And the touching thing – the trouble is, I’m bursting with life force. And as much as I’d love to just hug, rub, be, stare, – it could easily navigate into something sexual. And those waters are murky.

    But I so love being physical. If we were hanging out, watching a movie, I’d want you to put your head in my lap, and I’d scratch it luxuriously, or give you a fabulous foot rub. I fall in love with people, dogs, pets, grandmothers, bloggers, everyone.

    And you, Jennie Saia. I wrote in my Sunshine Award post that I have a girl crush on you (and Jen Tonic). I miss you!

    • This is all so true for me as well, you wunderkind of poetic prose! Some of the people I most want to show love to are the one I probably shouldn’t do it with, because those lines are vague and ambiguous and I think there are very few friendships that haven’t at some point made both people think, “What if?” And that shit is dangerous if you’re committed to being married to one person. So sometimes, I don’t touch, even when I probably could. But… given my choice to shape the world however I wanted it, I’d spend SO much more time cuddling SO many more people. And you. Of course you, because I love how you love and think and write and, in my mind, we’re totally watching “Princess Bride” on a red velvet couch and taking turns braiding each others’ hair.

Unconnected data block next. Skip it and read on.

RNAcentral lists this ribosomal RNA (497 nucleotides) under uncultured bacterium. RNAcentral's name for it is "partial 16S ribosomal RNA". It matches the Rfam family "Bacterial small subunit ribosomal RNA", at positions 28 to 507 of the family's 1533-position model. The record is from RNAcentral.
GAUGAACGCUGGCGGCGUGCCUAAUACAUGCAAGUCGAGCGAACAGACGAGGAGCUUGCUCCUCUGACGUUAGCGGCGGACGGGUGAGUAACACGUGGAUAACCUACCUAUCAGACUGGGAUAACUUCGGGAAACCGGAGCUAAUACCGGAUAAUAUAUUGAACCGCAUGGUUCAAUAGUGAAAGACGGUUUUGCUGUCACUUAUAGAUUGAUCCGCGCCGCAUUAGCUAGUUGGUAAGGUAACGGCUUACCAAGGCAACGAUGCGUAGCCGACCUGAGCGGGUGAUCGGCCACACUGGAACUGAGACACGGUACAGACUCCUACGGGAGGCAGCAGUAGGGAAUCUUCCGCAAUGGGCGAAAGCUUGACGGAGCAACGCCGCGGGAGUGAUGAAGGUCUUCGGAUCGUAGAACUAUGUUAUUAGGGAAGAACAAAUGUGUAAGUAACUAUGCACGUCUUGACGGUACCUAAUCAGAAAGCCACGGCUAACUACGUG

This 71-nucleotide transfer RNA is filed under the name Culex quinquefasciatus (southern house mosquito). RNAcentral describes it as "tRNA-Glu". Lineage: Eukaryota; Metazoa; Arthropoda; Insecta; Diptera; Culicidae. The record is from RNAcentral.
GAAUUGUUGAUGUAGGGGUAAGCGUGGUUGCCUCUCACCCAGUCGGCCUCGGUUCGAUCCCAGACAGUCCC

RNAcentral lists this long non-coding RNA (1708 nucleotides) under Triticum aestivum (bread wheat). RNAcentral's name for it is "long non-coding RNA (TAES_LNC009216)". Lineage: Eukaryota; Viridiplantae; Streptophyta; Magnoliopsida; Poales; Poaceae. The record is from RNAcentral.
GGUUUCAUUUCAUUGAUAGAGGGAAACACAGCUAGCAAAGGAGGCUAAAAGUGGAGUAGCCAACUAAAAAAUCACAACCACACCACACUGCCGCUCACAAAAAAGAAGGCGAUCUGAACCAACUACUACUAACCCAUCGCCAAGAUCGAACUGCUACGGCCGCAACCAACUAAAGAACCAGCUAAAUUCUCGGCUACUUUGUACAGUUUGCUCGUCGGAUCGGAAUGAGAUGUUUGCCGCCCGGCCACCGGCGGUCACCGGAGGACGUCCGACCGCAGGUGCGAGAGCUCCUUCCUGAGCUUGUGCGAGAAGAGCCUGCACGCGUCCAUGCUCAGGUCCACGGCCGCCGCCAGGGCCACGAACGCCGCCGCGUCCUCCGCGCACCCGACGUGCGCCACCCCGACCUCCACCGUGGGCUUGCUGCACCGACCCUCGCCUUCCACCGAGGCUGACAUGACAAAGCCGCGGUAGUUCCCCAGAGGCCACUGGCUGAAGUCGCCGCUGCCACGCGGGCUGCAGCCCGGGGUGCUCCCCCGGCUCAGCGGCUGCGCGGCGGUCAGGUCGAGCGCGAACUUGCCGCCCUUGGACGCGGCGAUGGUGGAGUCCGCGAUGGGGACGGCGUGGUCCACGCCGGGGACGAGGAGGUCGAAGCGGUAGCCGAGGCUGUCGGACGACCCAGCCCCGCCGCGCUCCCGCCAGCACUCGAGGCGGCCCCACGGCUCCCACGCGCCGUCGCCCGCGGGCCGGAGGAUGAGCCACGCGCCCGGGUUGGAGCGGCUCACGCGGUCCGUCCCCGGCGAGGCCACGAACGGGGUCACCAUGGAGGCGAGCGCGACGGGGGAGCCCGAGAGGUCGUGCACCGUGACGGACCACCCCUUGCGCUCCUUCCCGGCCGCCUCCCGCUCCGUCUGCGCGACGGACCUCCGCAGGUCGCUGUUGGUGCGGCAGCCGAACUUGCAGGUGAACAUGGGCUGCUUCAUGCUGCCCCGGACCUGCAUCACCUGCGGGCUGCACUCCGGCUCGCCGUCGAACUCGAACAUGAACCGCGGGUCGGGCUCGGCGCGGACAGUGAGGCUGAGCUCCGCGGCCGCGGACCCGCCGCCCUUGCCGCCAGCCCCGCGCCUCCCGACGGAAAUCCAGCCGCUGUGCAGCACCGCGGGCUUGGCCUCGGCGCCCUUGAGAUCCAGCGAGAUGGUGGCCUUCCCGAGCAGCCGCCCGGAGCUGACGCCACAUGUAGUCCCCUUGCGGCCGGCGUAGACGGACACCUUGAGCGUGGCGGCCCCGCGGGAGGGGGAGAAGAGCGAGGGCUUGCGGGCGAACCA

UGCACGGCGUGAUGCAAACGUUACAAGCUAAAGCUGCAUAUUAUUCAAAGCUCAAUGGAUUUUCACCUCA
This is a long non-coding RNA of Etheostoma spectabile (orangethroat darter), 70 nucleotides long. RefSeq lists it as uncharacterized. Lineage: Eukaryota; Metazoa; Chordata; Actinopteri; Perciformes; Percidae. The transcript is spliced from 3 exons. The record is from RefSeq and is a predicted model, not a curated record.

12. Pingback: Thank You Jennie! | Being the Memoirs of Helena Hann-Basquiat, Dilettante.·

  13. This is total crap … what is wrong with sex??? Try to imagine the frustration of your healthy partner, the emotionally and physically sain?? Pure manipulation, don’t you think? I am a woman and I experienced this type of relationship with this perfect, pure, loving man. Pure sadism and guilt trip! No, thank you!